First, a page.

The homeless encampments that surround Gold’s Gym in Venice, are stacked under the 405 Freeway on Venice Boulevard and even the “town” on Skid Row are the results of choices made by our elected officials, including Councilman Mike Bonin and Mayor Eric Garcetti.
Unfortunately, the City of Los Angeles is treating the challenge of unhoused Angelinos as if homelessness is the issue, rather than the result of different causes.
Those who are homeless fall roughly into one of four categories: 1) substance abuse, 2) mentally ill, 3) foster care transition/domestic abuse and 4) economic issues from loss of income.
On October 8, the Palisadian-Post published an interesting Letter-to-the-Editor by Drew Dennett and Gabrielle Lee (“Is Los Angeles Addressing Its Homeless Crisis Correctly?”).
Drew, who graduated from Palisades High School and then college, admitted that he had become addicted to heroin and had been homeless and sleeping in his car. “Avoiding the pain of heroin withdrawal was more important than sleeping in a bed or eating a hot meal,” he wrote.
Lee added her voice to the letter, noting she works at an agency that focuses on the unhoused population. “I am constantly told stories about mistreatment in hospitals, incarceration for receiving substance abuse aid, being harmed and being isolated by housing programs.”
The two wrote that roughly 30 percent of the unhoused in the United States struggle with substance abuse and asked in the letter why funds that target the homeless are not used to help those with substance abuse.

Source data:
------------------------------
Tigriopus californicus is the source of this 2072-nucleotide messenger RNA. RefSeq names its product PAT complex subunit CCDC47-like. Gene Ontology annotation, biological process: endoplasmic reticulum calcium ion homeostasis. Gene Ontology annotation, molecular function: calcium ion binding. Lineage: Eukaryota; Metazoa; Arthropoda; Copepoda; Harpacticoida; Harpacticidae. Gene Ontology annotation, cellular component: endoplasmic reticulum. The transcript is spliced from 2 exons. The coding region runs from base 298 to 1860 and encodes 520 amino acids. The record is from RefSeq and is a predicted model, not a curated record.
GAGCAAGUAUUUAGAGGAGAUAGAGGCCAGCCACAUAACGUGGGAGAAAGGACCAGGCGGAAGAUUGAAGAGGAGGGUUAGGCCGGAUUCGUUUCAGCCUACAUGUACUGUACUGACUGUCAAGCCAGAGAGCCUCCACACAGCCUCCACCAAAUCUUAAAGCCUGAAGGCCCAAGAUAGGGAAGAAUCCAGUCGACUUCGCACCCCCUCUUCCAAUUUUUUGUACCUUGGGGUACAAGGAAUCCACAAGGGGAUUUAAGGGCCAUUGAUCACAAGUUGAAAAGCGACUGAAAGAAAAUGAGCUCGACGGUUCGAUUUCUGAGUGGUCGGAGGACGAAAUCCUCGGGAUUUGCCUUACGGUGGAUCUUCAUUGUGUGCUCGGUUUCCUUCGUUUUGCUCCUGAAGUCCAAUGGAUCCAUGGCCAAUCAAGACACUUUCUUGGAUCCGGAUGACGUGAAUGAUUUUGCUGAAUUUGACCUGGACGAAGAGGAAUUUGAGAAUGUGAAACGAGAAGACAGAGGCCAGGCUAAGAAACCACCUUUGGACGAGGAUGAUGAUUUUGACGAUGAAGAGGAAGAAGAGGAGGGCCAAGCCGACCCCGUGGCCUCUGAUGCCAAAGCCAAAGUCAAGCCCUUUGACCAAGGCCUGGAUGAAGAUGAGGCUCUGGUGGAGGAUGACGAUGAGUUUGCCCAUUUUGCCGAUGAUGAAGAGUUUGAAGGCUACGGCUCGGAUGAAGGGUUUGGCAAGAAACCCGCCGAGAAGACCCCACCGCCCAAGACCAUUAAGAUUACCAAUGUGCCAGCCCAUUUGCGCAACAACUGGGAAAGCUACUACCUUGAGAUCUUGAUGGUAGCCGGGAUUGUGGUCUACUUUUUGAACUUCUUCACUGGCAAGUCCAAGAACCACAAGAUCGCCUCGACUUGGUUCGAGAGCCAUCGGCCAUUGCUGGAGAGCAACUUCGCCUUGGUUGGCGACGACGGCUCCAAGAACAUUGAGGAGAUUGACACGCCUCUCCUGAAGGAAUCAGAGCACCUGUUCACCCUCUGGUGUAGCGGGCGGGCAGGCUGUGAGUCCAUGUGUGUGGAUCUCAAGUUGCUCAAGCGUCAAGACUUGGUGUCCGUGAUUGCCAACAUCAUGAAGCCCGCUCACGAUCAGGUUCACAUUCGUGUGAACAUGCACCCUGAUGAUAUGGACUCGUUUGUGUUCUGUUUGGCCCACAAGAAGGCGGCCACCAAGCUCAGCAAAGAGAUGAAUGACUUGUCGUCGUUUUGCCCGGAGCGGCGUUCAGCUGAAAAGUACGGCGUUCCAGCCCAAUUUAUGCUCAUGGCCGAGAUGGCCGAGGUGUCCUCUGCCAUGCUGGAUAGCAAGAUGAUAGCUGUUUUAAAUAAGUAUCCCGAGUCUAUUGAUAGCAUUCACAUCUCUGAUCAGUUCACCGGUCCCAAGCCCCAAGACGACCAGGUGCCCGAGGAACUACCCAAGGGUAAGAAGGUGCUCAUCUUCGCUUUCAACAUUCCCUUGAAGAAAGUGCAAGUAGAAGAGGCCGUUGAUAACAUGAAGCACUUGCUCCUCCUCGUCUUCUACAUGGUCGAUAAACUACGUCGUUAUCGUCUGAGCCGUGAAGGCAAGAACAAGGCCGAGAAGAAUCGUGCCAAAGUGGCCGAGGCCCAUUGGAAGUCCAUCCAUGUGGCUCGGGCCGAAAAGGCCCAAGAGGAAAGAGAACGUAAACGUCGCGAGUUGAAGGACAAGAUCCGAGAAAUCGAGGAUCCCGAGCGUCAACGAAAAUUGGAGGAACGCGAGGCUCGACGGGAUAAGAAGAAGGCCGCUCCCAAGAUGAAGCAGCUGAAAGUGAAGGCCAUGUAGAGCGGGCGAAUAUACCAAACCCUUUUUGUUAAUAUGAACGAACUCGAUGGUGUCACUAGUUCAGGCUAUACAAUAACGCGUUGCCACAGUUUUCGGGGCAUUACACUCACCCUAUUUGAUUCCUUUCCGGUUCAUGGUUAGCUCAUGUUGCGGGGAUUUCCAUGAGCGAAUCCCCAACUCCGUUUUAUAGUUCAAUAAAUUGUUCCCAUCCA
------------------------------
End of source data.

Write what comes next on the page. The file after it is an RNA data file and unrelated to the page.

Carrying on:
They cited studies from Australia that show “government-funded detoxification services, drug and alcohol counseling and support services and intensive rehabilitation services” have been successful.
Have you ever wondered how Pacific Palisades has avoided the large encampments that are appearing and seem to keep growing in other areas of the City?
Compassion at the grassroots, neighborhood level.
About five years ago, several community meetings were held here, trying to address the fact that an influx of homeless into Pacific Palisades was affecting the quality of life. Parents were worried about allowing their kids to walk alone on the streets in the business area, and two dangerous brush fires were caused by transients living on the hillsides above PCH.
Residents were told by Councilman Bonin that the City couldn’t do anything about removing homeless individuals camping in brush-covered terrain, and that these people couldn’t be incarcerated for being homeless.
Residents felt sympathy for those on the streets and wondered what they could do to help. In response, community activists formed the Pacific Palisades Task Force on Homelessness with a simple idea: hire professionals to help homeless individuals get off the streets and into shelter (pptfh.org). Ever since, the task force has been able to raise funds from residents, local churches, the American Legion and foundation to hire two full-time social workers to carry out this mission.
To prevent fires, the task force has also worked with City officials and the LAPD to stop unauthorized camping on city land in very high fire severity zones (with warning signs posted).